Oh, how times change. Today, car-sharing is becoming big business. General Motors saw the writing on the wall back in 2011, when it partnered with RelayRides. Now, Toyota's getting onboard with a slightly different program called Dash.
Dash is a project of City CarShare that's being supported by Toyota. While RelayRides provides a network for private car owners to loan out their vehicles, City CarShare is more like Zipcar, maintaining its own rentable fleet. To separate itself from the competition, though, City CarShare is a nonprofit, "with a mission to improve the environment and quality of life in our communities by promoting innovative mobility options. We provide convenient, affordable access to carsharing so that, together, we can reduce car dependency – and have a measurable impact in the way our communities live, breathe, work, and play."
Dash is based in Pleasanton, California at Hacienda, a mixed-use development that's home to hundreds of business. According to a press release, the pilot program "will offer short distance transportation options for both employer’s business needs and for their carpool, vanpool and public transportation commuters once they arrive to the park for work". In this way, Dash is a little like the GFleet that Google built for use on its Mountain View, California campus.
The difference is, Dash's fleet consists entirely of electric cars -- specifically, 30 Scion iQ EV electric vehicles. That's nearly one-third of the 100 iQ EVs made to date. The vehicles will be rented for low, hourly rates to Hacienda employees who join City CarShare.
With that fleet will come a number of charging stations -- which is good, because the iQ EV's battery only has a range of 40 miles. Thankfully, it recharges in three hours.
What's in all this for Toyota? The project is managed by City CarShare, so it's unclear whether Toyota will see any financial gain. However, according to Toyota's Craig Scott, "Toyota is exploring new business models like the City CarShare Dash fleet to meet the future mobility needs of our customers. The Scion iQ EV fleet will help us understand how electric vehicles are used in an active car sharing program and the viability of this type of program for future technologies."
In other words, while City CarShare has eco-friendly goals like taking cars off the road and reducing CO2 emissions, Toyota aims to learn more about how electric-car drivers use their vehicles -- presumably so that the company can tailor future rides to meet consumer needs.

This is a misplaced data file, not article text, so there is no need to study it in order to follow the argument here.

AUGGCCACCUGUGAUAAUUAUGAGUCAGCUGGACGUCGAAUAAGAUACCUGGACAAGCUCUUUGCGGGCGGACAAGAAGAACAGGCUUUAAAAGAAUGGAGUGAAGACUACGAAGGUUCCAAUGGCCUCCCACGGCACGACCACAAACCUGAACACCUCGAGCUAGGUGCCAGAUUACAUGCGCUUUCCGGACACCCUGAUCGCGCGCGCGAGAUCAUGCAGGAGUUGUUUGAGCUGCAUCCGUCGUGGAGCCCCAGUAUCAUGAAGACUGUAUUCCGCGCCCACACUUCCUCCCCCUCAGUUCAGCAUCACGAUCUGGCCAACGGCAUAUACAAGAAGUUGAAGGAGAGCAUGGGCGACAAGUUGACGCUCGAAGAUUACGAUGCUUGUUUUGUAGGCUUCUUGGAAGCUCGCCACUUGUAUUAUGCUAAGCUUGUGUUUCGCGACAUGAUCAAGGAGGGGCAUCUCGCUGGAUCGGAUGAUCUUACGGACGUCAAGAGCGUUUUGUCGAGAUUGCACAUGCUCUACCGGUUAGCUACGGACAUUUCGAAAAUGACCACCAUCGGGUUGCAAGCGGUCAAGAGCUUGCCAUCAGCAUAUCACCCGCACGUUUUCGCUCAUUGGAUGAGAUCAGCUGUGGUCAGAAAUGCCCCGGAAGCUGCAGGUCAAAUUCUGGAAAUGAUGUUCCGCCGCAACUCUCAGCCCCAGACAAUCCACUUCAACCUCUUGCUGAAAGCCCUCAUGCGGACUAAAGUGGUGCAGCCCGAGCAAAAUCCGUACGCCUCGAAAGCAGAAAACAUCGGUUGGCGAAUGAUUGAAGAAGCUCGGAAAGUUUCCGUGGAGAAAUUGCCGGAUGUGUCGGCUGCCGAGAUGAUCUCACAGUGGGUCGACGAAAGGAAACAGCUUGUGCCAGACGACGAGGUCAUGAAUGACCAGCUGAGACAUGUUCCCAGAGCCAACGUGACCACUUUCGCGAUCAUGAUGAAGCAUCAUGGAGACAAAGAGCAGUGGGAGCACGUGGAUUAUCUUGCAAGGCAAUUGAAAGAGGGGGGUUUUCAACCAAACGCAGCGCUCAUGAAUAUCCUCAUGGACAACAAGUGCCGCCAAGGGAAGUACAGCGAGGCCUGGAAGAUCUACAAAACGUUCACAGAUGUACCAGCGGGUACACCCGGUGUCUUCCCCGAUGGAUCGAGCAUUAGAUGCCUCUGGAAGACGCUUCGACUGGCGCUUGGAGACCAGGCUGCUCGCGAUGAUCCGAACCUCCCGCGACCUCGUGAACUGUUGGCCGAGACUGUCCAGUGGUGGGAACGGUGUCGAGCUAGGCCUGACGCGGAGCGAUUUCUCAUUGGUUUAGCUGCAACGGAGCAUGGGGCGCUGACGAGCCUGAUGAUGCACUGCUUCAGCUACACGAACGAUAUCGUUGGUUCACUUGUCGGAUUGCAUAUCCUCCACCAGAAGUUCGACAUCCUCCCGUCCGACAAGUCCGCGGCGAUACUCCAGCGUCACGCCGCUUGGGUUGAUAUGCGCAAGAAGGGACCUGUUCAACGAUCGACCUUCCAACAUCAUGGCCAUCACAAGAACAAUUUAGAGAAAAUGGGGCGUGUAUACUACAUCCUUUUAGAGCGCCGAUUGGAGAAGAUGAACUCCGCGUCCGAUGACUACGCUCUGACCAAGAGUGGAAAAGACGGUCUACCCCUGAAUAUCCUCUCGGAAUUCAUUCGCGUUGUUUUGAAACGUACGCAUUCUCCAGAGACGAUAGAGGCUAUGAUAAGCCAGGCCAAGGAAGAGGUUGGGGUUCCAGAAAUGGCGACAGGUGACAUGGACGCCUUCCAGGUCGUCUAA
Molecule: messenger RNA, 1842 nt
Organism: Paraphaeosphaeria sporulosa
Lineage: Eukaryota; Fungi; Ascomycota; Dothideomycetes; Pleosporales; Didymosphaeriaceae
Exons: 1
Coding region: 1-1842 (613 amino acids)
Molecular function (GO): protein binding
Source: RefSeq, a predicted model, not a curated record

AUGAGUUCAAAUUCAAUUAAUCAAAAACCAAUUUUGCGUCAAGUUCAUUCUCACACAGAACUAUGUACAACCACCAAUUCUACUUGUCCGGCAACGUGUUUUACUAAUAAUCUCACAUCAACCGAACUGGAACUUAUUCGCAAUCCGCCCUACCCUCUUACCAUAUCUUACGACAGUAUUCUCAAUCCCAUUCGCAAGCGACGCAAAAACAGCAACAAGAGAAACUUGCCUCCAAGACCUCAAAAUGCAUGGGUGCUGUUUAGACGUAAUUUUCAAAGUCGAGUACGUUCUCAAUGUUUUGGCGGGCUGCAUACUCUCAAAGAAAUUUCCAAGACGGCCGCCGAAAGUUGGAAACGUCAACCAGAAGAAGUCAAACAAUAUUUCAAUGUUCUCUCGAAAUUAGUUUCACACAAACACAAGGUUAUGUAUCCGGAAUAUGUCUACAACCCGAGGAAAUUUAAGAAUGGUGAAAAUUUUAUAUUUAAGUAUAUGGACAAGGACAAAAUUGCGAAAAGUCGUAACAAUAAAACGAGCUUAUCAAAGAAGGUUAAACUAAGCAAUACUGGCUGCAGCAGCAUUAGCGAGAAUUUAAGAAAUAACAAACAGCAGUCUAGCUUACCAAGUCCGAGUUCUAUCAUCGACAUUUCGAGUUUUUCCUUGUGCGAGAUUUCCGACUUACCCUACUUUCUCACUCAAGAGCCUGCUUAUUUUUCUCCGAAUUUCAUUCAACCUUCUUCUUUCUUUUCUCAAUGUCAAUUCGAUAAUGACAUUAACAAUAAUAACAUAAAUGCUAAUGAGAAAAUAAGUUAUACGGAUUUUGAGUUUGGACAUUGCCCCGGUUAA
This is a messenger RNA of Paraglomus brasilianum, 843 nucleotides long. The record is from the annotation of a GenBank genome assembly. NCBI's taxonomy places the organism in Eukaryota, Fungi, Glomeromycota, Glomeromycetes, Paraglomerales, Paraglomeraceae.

Rolls-Royce’s CEO has admitted the company is considering launching an SUV.
Despite the fact that Rolls-Royce CEO Torsten Müller-Ötvös explicitly ruled out the possibility of an SUV back in April, strong demand for luxury SUVs around the globe has managed to sway his decision to the point that he is actually considering launching one.
“We are intensively thinking about entering the SUV segment,” Müller-Ötvös confirmed to Bloomberg.
He also said the company’s designers are working on conceptual sketches that will be used to judge if an SUV fits the brand.
Launching an SUV would provide Rolls-Royce with a rival to a high-riding Bentley due in 2016. It may also pave the way for the development of a large SUV platform that BMW could utilize for its oft-rumored X7. BMW currently has no direct rival for full-size luxury SUVs like the Audi Q7, Mercedes-Benz GL-Class and Land Rover Range Rover.
As previously reported, even if Rolls-Royce does move forward with plans for an ultra-luxurious SUV, it won’t reach the market before 2017.

Struggling electric car brand Fisker has received its first formal offer from a potential buyer.
The fate of Fisker Automotive has been hanging for months, but now an offer for the company has been "signed" and is "on the table."
At least that's the word from Ingo Voigt, who with Fritz Nol is one of a pair of German investors who want to buy the company.
"I am proud to tell you that we just sent our detailed offer including a signed LOI and short presentation of our restructing plan to the DoE on fax and mail," says a post by Voight yesterday on Facebook.
"Now it's time to pray!" he concludes.
"LOI" refers to "letter of intent," the official document offering to buy the company.
The purchase goes to the U.S. Department of Energy because the government agency loaned roughly $193 million to Fisker that the company has not paid back.
Disbursements on the loan were suspended early in 2011, but the DoE's loan terms give it a say in the ultimate disposition of the company.
As reported last month in the German AutoBild, the Fritz Nol group was said to be interested in acquiring Fisker for a mere $25 million.
The German group reportedly planned to relocate production of the Karma range-extended electric luxury sedan from independent Finnish manufacturer Valmet to the U.S.
One likely site might be the factory in Wilmington, Delaware, that Fisker bought to build its so-far stillborn second model, the Atlantic.
There may be other bidders for the remains of Fisker as well.
Bob Lutz, whose VL Automotive concern previewed a V-8-powered Karma called the Destino, put in a bid back in May.
Original cofounder Henrik Fisker also discussed making an offer, backed by a Hong Kong-based investor group.
In March of this year, Fisker had left the company in a disagreement over strategic direction with CEO Tony Posawatz.
Fisker stopped assembling its Karma range-extended electric luxury sport sedan in July 2012, after more than 2,000 had been built.